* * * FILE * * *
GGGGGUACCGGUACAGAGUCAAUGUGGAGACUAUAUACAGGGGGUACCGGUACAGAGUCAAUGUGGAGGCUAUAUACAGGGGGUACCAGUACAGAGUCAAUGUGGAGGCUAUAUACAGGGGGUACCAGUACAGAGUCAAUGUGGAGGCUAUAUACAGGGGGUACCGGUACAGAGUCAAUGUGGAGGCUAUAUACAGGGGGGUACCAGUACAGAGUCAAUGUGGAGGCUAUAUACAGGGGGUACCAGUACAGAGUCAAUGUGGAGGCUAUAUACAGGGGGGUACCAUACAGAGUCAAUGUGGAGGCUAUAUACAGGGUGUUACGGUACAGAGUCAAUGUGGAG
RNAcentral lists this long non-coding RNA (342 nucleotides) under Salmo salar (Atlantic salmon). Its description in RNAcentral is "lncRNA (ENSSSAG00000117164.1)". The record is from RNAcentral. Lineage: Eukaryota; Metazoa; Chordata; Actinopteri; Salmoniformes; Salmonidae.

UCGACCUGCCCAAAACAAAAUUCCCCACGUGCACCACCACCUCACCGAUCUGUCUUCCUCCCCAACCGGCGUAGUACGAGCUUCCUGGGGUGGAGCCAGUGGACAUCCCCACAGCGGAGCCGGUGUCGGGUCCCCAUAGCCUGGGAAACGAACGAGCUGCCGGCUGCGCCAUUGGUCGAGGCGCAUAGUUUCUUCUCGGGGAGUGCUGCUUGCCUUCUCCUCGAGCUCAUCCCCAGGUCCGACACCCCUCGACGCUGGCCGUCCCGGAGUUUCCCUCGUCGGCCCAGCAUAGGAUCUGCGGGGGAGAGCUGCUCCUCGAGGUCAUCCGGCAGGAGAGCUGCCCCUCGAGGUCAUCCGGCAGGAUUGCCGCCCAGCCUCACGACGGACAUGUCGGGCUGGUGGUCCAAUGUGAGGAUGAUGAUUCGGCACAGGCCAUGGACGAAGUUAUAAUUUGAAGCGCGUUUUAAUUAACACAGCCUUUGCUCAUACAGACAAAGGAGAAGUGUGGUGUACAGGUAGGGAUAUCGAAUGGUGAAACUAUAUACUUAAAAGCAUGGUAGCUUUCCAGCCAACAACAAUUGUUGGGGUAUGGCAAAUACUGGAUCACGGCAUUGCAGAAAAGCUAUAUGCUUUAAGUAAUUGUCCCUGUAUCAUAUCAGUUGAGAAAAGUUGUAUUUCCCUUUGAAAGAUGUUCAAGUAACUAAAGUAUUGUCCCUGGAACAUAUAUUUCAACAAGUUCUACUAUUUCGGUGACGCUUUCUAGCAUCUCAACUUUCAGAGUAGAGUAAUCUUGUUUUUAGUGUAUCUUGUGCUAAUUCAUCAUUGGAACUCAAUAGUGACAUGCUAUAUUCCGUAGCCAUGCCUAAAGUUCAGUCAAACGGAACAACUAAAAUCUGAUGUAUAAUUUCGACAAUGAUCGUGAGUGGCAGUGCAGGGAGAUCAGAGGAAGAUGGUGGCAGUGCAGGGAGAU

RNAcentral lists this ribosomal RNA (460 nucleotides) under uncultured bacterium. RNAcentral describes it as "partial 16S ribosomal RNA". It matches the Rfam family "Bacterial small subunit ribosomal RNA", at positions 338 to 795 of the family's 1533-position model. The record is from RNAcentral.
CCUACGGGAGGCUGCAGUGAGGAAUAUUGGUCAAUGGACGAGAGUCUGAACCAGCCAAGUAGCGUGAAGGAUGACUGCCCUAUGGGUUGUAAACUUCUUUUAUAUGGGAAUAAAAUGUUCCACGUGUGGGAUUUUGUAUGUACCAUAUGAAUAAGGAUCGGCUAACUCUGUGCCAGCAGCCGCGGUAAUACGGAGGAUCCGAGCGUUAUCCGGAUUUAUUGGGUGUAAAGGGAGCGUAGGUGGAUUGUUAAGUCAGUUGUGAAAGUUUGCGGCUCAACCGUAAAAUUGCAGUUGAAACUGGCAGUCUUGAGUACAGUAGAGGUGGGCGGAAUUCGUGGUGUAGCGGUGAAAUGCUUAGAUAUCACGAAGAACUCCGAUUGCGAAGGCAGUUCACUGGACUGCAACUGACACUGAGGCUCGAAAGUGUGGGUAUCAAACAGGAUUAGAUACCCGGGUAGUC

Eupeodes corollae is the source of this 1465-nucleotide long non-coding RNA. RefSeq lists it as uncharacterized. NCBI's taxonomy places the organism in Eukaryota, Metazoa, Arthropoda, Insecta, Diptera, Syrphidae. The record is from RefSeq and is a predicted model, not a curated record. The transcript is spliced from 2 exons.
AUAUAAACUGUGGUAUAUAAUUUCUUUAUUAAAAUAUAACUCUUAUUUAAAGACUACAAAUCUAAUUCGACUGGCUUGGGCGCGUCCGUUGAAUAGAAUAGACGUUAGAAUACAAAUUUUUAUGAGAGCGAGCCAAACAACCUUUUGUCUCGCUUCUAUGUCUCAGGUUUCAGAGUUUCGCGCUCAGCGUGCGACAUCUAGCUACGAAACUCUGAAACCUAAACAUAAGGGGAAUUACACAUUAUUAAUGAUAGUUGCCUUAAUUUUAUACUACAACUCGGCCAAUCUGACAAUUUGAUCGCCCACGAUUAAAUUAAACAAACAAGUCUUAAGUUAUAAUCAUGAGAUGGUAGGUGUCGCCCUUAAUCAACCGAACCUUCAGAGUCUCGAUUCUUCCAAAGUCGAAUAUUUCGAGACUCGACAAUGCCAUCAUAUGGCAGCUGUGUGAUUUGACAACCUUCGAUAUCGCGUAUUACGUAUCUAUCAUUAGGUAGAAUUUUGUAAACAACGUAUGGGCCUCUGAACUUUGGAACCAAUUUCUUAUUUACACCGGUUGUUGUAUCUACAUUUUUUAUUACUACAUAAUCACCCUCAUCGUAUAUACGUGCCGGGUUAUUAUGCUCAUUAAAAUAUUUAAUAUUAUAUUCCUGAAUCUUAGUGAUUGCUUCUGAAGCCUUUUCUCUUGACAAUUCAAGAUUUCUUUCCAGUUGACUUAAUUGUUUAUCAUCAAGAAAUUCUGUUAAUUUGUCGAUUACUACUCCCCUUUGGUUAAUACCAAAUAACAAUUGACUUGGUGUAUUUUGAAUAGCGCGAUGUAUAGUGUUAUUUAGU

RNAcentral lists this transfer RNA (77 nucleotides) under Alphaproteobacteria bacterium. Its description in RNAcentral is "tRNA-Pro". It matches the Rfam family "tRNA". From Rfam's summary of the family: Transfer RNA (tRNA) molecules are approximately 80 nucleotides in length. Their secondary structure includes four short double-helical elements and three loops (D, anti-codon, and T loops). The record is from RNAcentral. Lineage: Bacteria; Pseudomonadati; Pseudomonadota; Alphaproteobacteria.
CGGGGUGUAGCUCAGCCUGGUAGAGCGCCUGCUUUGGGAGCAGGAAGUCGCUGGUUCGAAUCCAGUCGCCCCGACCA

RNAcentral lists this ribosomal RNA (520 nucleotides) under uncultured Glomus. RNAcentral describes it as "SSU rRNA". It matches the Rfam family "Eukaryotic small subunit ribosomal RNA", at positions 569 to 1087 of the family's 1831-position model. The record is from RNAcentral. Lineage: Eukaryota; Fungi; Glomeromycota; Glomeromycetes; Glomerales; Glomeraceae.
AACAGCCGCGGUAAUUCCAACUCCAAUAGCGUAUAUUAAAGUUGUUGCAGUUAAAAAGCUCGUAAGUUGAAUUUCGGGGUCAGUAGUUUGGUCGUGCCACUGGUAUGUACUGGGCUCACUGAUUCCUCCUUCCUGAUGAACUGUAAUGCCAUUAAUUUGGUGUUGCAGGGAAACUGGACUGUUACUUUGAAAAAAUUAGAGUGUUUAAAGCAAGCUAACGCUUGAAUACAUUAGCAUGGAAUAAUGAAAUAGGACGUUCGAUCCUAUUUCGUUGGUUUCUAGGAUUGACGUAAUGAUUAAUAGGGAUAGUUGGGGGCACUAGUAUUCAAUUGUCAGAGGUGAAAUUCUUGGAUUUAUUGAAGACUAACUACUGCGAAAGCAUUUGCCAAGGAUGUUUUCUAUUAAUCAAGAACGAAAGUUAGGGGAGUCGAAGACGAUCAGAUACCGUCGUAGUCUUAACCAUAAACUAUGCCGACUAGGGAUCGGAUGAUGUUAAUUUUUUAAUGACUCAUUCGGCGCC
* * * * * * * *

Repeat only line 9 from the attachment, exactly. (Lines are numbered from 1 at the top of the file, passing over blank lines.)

CGGGGUGUAGCUCAGCCUGGUAGAGCGCCUGCUUUGGGAGCAGGAAGUCGCUGGUUCGAAUCCAGUCGCCCCGACCA